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  • Published at 08:59 pm May 26th, 2020

Should Bangladesh impose a hard curfew-style lockdown immediately after Eid?

Keeping the world economic activities with possible adoption of safety procedures into concern, discussants in an online conference warned that without taking coordinated proper initiatives including hard lockdown, the country would lose its place in the global economic acceptance.

In Tribune Talks: Last Window to Tame the Beast, organized by Dhaka Tribune on Tuesday night, speakers came up with the observations. Dhaka Tribune Editor Zafar Sobhan moderated the discussion. 

They, however, quoting the recent experiences said without ensuring assistance in a proper way, the must needed approach would be a futile one. 

The discussants also criticized the concerned authorities for failing to make the people aware of and gain support from the mass people to work together. 

They also emphasized on adopting effective methods of making people aware and get the necessary support from them to tackle the situation that the country still lacks after two months of general holiday. 

Dr Ashikur Rahman, a senior economist at the Policy Research Institute of Bangladesh (PRI) said as two months have passed since the lockdown [a mix of lockdown and herd immunity] was imposed, the induced economic loss was roughly 3% to 4% of the country’s GDP, without receiving any substantial health benefits.

He expressed fear that when the rest of the world comes out of the pandemic situation, and Bangladesh remains a Covid-19 hotspot, it will interrupt the country's trading affairs in the international arena due to the health safety issues. 

The senior researcher feels that the country still has a two to three weeks window to go through before it is too late. 

According to Ashikur, the only approach is to impose a hard curfew-style lockdown immediately after Eid. 

He left the decision on the public health experts and epidemiologists to decide how the hard lockdown should be in place – zonal or nationwide.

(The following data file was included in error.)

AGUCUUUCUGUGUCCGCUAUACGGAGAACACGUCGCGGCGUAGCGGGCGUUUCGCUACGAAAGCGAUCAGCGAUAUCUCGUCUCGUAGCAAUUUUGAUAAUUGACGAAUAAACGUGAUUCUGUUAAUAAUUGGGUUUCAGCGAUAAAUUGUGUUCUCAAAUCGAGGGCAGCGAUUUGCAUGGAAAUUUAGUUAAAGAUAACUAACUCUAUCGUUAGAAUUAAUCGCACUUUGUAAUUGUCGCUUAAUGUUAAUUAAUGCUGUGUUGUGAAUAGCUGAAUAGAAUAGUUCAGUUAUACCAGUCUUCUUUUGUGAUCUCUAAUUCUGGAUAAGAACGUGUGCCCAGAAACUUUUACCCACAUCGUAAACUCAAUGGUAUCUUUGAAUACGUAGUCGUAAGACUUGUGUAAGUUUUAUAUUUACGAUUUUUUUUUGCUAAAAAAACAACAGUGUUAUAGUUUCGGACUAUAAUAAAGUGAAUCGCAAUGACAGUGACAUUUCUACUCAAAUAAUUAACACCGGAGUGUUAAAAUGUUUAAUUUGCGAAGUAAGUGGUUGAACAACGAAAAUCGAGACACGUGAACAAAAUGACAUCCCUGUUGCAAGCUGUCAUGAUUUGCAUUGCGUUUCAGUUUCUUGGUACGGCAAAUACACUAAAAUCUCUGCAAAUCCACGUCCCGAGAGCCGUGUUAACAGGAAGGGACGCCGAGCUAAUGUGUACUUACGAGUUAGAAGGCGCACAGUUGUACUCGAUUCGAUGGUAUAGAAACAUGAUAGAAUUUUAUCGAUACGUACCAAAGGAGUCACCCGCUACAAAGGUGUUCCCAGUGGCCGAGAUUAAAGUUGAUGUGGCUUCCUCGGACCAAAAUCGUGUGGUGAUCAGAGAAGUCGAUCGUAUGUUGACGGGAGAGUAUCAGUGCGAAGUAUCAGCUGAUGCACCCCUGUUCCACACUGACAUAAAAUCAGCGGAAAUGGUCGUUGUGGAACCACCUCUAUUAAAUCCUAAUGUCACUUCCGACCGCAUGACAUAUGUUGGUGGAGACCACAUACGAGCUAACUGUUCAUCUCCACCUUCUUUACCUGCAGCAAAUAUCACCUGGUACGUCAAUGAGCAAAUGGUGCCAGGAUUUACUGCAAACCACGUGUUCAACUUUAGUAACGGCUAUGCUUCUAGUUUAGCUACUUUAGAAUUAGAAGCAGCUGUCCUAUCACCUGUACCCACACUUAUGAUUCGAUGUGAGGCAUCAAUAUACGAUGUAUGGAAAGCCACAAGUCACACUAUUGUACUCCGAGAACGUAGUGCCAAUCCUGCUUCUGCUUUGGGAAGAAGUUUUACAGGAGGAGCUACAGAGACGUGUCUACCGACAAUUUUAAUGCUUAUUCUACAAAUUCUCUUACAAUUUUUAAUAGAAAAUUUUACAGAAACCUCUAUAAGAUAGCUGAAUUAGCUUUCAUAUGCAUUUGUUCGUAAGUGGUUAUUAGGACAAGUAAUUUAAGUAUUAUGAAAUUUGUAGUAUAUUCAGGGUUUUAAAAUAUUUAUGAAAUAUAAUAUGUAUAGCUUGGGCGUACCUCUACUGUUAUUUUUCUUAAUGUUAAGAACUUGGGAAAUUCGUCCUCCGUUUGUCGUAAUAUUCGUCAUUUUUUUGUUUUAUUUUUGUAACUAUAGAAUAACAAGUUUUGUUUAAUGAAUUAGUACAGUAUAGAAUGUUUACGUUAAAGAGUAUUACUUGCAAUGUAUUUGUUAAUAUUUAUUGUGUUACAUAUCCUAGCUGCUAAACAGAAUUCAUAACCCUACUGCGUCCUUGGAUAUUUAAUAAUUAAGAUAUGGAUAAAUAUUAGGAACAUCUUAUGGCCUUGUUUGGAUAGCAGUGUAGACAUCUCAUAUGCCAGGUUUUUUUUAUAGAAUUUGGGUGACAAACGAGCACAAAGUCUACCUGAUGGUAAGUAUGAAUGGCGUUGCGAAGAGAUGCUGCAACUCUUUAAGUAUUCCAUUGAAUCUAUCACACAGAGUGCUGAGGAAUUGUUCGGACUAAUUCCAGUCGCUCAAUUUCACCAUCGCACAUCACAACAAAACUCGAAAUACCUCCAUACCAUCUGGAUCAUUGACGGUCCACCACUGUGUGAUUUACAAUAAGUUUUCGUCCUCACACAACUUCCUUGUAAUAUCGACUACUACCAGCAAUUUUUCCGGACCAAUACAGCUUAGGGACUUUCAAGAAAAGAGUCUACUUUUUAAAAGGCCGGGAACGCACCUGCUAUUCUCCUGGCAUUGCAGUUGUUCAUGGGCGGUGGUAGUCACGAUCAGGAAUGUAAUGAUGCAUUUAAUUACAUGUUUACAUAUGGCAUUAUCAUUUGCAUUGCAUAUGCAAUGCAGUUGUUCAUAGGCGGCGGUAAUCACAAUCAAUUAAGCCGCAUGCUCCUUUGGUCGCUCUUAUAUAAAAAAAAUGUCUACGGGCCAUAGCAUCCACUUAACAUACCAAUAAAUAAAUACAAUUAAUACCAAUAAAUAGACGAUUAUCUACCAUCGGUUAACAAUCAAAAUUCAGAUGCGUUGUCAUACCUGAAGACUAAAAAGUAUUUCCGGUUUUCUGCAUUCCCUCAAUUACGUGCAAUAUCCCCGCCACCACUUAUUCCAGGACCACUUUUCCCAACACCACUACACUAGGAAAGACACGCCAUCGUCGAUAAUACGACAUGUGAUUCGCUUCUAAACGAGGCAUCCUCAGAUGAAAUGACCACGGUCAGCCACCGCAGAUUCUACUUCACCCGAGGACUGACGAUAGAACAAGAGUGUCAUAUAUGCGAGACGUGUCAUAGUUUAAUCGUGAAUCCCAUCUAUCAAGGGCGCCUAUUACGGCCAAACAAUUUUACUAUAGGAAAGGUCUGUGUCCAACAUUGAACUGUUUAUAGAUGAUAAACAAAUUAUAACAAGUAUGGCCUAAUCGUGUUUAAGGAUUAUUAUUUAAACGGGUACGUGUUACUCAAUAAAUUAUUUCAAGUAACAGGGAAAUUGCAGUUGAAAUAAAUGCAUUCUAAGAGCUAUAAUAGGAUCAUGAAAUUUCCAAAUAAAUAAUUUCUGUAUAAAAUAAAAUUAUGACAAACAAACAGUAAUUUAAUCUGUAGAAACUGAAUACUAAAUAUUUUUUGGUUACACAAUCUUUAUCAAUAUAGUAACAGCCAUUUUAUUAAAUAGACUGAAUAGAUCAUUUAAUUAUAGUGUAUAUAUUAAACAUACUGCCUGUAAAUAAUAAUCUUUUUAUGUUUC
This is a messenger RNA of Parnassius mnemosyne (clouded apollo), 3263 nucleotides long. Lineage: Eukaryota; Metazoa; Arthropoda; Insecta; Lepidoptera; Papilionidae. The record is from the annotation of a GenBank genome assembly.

Dr Maliha Mannan dissents with the use of the term curfew as it is evident from the past that people will disobey it. 

Terming next two weeks very crucial for the country, the health leadership expert emphasized on implementing hard lockdown with proper planning by identifying red, orange, and green zones depending on the state of transmission or hotspots.

Quoting the six criteria to lift lockdown by the World Health Organization (WHO), she said: “The current pandemic state in the country is nowhere near to have it lifted right now.”

Barrister Rashna Imam brought the adverse impacts of lockdown into light and criticized the planning and execution of the measures taken by the government to flatten the curve of the Covid-19 situation.

She also spoke on the implication of curfew as well. 

In her discussion, the barrister also criticized the government's lack of initiatives to create awareness among people and gain support from them to face the pandemic. 

In their discussions, both Dr Ashikur and Dr Maliha emphasized on ensuring proper treatment facilities along with coordinated isolation measures. 

Every discussant also raised questions over not introducing antibody and antigen testing in the country.

The rapid tests, especially the antigen should have started much earlier, they said.

Meanwhile, Brac Executive Director Asif Saleh said taking the scenario of the country under consideration, it can be argued that social distancing is impossible to implement. 

“So, before lifting the lockdown, we need to ensure good mask behaviours,” he added.

To ensure the use of masks by all, the government along with NGOs should provide masks to the mass people, the moderator of the program opined following the suggestion. 

Pointing out that although there is talk over lifting the lockdown, he said: “The government is yet to give any strategy on how the people would return to work.” 

The online program drew huge attention from the viewers. The viewers raised concern about employing smart epidemiologists, having no pharmacists at the hospitals, adopting a public health approach to curve Covid-19, and the use of effective measures for creating awareness among people.